The mobile revolution - its only just beginning!

In most of our interaction with large companies so far we have found that interest in what we are doing, as well as in mobile general, originates from these companies' marketing organizations. It is not surprising that when a new communication medium emerges, marketing is the first organization in a company to take notice and look for novel ways to build brand awareness, interact with consumers, and generally  find ways to communicate value to end users of a product or service. What is surprising though is that most companies have yet to take advantage of the full capabilities of mobile. Quite literally your average smart phone can:


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The implications of the mobile phone as a communication device are well understood, however the other aspects of it, in particular, it's ability to compute and sense while being mobile, its most distinguishing feature from the PC era, are quite a bit less harnessed by companies.

 Compute: In terms of CPU speed, memory, storage, etc., the iPhone 5 is as advanced as most average laptops from even half a dozen years ago. Granted, the screen size does not compare favorably to most laptops or desktops for visually interactive or analytically complex applications, however if this Indiegogo campaign for the Ubuntu Edge (apprx. $7M of $32M has been funded in 5 days) reaches it goal, then even that challenge will be sufficiently mitigated in the not too distant future. Whether the Ubuntu Edge achieves this, or a near future generation of iPhone or Anrdoid device, its only a matter of time before a convergence occurs between your mobile phone and your laptop. There will of course be people that need more computing power and will supplement their mobile device with a laptop, desktop, an EC2 cluster or even a supercomputer, however a majority of people will be able to make do with just one all-purpose computing device.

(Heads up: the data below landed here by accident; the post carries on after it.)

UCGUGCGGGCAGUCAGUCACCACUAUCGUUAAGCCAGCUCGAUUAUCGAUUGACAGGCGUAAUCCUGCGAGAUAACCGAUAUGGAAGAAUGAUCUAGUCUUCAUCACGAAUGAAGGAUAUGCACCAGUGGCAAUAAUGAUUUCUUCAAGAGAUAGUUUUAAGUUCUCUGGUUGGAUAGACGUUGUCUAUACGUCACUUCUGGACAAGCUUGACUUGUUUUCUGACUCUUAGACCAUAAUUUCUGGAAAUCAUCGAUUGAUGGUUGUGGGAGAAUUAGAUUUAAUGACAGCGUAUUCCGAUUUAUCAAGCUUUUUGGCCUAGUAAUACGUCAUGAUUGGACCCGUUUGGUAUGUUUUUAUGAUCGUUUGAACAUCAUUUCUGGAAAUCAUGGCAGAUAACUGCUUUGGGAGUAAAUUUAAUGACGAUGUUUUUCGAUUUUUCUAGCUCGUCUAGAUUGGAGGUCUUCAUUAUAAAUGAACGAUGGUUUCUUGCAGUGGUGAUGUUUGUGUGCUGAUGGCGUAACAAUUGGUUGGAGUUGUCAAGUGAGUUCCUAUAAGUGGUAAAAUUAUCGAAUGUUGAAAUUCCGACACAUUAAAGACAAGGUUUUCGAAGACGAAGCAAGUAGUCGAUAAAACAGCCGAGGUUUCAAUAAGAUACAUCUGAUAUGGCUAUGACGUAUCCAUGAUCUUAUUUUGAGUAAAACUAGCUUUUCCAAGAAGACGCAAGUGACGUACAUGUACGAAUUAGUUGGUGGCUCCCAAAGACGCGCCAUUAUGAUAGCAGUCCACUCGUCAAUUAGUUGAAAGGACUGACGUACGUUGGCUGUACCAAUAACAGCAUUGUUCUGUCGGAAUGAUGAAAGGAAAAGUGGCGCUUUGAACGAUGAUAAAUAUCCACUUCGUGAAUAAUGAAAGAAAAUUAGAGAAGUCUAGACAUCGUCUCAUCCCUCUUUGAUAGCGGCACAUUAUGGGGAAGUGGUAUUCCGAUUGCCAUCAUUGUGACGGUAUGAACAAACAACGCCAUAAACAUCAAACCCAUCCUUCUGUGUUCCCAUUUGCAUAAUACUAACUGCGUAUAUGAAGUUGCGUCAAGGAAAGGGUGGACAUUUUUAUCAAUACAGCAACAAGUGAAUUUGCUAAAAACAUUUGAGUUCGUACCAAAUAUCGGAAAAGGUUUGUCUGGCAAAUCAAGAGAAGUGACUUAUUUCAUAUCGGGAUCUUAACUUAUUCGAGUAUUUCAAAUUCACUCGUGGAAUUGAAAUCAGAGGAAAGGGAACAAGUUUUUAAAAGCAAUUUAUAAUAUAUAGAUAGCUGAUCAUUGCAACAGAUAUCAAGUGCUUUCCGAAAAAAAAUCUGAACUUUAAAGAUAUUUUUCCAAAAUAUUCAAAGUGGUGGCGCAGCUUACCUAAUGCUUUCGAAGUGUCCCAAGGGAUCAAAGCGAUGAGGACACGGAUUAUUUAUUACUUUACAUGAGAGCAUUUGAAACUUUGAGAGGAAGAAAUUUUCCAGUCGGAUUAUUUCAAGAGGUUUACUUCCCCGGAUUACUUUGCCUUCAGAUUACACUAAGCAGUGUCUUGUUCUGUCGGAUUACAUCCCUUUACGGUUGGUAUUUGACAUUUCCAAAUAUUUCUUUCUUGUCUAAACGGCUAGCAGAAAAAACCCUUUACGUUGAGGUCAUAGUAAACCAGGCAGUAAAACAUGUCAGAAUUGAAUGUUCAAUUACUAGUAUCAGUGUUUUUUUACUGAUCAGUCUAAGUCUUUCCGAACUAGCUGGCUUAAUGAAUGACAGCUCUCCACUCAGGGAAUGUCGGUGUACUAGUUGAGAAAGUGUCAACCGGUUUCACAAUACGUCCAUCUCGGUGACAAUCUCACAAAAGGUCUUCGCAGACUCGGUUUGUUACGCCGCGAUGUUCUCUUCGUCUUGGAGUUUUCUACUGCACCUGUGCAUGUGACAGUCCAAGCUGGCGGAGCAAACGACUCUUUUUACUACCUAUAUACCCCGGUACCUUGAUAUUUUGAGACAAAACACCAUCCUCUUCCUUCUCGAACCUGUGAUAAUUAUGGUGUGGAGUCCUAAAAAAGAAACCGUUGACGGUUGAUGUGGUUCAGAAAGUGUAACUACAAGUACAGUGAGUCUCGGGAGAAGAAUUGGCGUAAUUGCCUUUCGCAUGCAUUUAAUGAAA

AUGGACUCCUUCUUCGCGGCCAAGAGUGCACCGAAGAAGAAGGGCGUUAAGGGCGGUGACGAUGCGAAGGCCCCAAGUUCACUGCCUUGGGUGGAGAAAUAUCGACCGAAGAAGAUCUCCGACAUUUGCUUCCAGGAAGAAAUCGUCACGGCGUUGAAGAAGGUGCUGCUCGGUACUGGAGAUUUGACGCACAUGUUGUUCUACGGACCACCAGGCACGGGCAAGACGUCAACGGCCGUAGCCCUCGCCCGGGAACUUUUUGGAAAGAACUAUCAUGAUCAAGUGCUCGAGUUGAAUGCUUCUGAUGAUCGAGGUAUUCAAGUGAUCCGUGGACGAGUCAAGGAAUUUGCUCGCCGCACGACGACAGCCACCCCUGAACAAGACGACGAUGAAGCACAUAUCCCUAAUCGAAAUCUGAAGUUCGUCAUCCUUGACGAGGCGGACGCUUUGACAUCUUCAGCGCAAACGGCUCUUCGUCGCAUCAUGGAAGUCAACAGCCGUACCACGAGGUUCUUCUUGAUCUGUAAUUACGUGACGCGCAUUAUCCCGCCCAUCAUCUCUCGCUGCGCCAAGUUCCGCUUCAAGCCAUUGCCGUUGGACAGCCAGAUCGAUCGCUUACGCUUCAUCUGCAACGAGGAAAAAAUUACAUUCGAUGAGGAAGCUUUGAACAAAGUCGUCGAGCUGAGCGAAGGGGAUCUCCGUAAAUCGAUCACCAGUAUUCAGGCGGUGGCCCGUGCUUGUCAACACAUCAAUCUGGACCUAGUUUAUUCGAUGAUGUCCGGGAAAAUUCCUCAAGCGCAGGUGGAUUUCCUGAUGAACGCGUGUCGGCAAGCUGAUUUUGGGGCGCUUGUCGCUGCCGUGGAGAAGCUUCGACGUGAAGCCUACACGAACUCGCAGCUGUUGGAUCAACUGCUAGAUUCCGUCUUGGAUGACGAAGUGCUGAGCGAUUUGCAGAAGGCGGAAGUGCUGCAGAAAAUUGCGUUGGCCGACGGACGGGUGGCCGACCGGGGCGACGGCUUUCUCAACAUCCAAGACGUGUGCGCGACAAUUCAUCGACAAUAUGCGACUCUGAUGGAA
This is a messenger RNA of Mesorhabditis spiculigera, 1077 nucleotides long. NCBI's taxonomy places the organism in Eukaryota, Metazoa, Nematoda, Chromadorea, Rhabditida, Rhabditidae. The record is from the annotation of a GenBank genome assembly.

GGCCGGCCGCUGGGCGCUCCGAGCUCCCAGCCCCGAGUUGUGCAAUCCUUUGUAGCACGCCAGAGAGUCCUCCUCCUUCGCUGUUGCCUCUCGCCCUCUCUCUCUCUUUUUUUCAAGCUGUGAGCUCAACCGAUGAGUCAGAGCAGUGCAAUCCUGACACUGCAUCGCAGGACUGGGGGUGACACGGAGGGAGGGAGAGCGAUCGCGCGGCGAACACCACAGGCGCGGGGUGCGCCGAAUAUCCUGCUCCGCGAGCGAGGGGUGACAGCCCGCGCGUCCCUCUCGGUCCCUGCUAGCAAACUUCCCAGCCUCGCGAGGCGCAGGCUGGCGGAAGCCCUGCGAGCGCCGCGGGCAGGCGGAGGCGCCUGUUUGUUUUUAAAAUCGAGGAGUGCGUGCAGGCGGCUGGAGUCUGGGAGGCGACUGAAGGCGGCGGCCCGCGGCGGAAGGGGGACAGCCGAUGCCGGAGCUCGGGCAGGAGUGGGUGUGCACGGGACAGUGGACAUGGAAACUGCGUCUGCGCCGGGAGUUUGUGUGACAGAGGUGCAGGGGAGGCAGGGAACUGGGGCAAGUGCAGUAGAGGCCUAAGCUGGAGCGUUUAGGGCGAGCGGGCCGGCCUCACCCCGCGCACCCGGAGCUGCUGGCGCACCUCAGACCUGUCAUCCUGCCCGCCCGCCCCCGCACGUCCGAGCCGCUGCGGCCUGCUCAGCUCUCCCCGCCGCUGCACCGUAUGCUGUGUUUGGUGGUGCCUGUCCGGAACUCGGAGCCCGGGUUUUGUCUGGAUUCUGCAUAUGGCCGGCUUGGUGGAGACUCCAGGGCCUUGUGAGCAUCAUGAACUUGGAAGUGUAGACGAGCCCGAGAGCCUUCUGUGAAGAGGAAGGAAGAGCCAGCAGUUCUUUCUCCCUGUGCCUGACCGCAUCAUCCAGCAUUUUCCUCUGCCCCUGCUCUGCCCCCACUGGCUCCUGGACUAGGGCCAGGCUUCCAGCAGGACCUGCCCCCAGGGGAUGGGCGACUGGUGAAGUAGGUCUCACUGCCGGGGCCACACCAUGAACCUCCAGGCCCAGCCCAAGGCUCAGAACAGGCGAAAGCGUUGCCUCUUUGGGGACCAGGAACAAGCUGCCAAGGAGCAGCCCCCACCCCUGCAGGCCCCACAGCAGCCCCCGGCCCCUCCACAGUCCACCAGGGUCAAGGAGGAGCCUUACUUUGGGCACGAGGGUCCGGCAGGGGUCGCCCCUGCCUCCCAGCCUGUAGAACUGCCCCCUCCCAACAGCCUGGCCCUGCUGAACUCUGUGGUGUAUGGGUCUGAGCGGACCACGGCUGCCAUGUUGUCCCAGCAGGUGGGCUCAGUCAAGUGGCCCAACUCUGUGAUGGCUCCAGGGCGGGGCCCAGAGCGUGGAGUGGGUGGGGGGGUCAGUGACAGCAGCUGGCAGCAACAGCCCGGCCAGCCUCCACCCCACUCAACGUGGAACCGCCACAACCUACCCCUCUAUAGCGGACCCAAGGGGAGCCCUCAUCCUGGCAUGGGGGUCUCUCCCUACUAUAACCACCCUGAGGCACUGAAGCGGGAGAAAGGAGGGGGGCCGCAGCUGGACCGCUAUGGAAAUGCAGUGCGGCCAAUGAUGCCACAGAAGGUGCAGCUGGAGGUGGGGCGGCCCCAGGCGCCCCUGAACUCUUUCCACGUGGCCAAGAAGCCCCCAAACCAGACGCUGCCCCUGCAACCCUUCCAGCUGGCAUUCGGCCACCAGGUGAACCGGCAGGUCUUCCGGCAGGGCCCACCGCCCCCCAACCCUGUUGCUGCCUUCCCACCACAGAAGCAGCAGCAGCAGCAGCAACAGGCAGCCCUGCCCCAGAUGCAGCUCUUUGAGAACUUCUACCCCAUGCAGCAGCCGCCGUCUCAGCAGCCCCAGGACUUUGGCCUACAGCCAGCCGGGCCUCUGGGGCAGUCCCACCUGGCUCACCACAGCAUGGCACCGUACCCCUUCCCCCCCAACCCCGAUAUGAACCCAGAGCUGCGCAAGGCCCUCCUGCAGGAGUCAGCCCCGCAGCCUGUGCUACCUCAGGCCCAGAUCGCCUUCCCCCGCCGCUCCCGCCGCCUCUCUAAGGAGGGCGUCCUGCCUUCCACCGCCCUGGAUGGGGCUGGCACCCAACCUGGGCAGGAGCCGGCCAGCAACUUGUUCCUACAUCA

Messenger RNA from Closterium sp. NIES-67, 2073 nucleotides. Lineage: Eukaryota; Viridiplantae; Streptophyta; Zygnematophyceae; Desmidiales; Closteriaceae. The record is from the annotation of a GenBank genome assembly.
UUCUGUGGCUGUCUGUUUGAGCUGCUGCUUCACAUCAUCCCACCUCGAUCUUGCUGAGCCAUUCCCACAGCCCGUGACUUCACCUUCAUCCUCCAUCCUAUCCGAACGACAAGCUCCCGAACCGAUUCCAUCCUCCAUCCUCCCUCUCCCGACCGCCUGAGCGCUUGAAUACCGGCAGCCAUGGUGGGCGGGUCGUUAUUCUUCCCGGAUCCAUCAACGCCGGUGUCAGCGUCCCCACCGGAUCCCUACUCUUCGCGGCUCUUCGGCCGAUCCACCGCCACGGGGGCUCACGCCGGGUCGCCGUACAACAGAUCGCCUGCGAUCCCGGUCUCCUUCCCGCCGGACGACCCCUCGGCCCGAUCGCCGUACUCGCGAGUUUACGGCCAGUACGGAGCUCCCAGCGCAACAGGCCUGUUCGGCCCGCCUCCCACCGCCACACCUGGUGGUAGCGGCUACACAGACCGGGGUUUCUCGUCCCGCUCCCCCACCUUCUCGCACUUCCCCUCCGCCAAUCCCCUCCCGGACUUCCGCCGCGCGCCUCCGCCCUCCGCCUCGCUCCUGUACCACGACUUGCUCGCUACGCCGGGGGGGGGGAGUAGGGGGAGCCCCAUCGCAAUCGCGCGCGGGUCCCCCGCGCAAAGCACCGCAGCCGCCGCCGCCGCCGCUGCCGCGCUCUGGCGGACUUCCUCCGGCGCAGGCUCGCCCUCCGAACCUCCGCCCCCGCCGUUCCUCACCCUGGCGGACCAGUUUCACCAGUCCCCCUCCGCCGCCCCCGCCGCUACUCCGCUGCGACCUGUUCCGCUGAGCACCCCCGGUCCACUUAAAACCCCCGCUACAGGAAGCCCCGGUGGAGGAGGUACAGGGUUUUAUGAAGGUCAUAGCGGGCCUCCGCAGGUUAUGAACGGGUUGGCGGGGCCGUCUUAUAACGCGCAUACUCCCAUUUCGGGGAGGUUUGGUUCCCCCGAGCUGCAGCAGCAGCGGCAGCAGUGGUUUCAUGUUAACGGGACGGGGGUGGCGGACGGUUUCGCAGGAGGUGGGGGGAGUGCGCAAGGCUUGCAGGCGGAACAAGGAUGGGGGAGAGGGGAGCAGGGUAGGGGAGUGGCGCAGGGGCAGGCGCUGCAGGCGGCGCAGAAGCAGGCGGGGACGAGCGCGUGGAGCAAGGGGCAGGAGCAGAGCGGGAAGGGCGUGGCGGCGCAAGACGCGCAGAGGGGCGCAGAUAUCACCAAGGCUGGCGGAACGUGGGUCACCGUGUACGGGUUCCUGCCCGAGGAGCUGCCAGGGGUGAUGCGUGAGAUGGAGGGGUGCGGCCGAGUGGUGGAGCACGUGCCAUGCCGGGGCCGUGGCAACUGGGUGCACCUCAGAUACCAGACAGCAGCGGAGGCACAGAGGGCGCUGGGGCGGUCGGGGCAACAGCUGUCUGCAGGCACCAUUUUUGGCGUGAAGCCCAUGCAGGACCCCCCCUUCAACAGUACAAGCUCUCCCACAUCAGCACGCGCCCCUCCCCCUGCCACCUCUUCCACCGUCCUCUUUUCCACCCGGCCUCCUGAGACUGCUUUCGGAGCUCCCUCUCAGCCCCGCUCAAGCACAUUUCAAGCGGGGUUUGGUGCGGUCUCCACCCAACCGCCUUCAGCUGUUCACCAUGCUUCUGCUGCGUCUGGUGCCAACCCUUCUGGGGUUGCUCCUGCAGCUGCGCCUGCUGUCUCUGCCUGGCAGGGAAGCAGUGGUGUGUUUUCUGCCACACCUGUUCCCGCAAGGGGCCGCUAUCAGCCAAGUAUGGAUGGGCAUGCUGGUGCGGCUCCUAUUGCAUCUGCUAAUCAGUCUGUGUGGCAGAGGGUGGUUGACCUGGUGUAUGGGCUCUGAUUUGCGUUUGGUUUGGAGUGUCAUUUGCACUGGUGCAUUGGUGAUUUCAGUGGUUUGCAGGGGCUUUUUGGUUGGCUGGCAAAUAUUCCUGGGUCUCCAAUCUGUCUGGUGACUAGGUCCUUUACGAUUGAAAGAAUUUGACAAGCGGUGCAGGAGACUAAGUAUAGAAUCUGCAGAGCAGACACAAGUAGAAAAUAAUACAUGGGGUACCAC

Samsung Galaxy 4S Sensors

Samsung Galaxy 4S Sensors

Sense:  The number of sensors being built into mobile phones is increasing with every new release. Add to this, the increasing number of external sensors that you can connect to your smart phone and the possibilities are immense. Consider for example Kinsa's smart thermometer, it plugs into the iPhones headphone jack, tells you your body temperature, provides information on local illnesses, and allows you to quickly secure an appointment with your nearest urgent care facility.

While Mobile: This is the essence of what makes mobile, mobile. The ability to communicate, compute and sense, while on the move and in the midst of every day economic activity, is truly what makes mobile game changing. Once more marketers are the first to the party here with geo-precise targeting of marketing campaigns. Startups like Nomi take it a step further and allow retailers to track in-store behavior of customers and reward loyal customers. Again here, its only a matter time of time before mobile begins to:

  • replace every aspect of whats in your wallet - from credit cards to loyalty cards to identification cards
  • becomes your personal health monitoring aid, particularly when your on the road, helping you measure body temperature, glucose levels, and blood alcohol content
  • almost completely replaces the need for non-core automative computing capacity in vehicles - it has already replaced the need for an external MP3 player, and is threatening to do the same to an external GPS

We truly believe that mobile is a paradigm shift in what computing offers, and the opportunities that it can create are on par with, if not greater than, the opportunities created by personal computing. In some ways its an extension of the personal computing revolution, but in many ways its a new revolution in its own right.